At the movie theatre earlier today I was at the front of the line to get some nachos and a soda when I noticed a blind woman with her mentally challenged friend, and they were having a tough time making it to the front of the line for some reason. So listening to my finely tuned moral compass, I decided I could wait an extra minute or two for my nachos in order to let them pass in front of me. The man behind me commented that what I did was nice and I mentioned that it’s not like I couldn’t miss a preview.
This experience put me smack dab in the middle of one the most long-standing and heated debates today regarding whether or not people with mental and certain other disabilities should be allowed at the movies. I can understand both sides of the argument.
Upon entering the movie I was startled to find that I missed the first 30 seconds of the movie. Those who argue against them being allowed at the movies would have a valid argument that if they weren’t there, I would have easily made the beginning of the movie. They would also argue that there are already movies made for blind people. It’s called the radio.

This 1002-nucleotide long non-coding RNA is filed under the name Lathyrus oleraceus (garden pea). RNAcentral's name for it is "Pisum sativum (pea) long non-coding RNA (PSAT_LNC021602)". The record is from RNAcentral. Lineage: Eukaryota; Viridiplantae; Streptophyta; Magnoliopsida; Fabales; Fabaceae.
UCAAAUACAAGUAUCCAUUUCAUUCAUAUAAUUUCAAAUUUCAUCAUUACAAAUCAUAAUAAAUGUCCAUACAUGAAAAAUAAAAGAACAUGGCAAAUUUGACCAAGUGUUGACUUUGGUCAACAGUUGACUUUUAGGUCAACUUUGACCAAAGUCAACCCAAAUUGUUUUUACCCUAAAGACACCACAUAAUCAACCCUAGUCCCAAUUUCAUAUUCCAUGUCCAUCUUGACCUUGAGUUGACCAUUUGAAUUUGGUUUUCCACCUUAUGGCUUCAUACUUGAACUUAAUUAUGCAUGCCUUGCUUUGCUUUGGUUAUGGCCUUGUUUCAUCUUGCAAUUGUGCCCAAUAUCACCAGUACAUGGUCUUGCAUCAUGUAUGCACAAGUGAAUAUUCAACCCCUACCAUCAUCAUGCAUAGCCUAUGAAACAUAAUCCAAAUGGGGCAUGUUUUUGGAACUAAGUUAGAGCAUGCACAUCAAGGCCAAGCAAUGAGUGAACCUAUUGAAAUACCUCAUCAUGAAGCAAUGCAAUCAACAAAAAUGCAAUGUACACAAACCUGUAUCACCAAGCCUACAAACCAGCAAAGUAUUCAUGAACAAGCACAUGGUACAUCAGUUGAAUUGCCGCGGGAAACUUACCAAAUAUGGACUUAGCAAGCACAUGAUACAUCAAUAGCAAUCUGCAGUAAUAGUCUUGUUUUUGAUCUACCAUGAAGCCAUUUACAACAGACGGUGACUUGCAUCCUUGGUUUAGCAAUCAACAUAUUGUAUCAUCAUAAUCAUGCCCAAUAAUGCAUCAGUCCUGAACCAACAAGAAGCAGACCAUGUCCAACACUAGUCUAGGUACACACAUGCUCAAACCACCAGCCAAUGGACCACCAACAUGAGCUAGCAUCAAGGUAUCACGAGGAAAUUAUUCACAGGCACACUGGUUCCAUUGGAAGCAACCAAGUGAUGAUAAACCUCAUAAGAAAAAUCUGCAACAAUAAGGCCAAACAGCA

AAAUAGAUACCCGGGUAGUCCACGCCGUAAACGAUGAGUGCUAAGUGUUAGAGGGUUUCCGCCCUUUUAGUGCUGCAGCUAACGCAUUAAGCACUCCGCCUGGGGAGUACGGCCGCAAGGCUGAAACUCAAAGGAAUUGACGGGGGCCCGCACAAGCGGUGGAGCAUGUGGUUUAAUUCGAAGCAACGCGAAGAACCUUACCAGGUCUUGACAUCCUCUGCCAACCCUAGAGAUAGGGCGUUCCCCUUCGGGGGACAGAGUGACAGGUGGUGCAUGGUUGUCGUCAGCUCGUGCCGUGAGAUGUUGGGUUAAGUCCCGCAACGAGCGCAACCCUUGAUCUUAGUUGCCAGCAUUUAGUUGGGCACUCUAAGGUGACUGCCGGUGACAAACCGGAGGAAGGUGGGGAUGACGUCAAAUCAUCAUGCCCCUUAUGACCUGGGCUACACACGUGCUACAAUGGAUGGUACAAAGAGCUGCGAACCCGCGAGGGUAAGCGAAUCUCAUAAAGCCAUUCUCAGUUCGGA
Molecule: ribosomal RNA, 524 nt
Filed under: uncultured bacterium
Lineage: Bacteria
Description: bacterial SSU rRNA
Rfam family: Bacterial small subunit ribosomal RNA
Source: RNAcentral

My beliefs on this subject lean towards allowing them to go the movies, but during certain time blocks, like say…on Tuesday from noon to 4. That seems like a win-win for everybody involved, and being able to solve the problem without being unfair to anyone makes me feel good on the inside, and I like that feeling.
I think it makes sense to warn people when there may be special people at the movies. Maybe a scrolling bar across the TV screen like when there’s a tornado warning. Possibly the people who run the Amber Alert System will selflessly share their technology and we can kill two disabled birds with one stone.
Either way, this debate isn’t likely to go away anytime soon. Like abortion, Gun control, and women in the Olympics, this ultra-charged subject will most likely remain unresolved for years to come.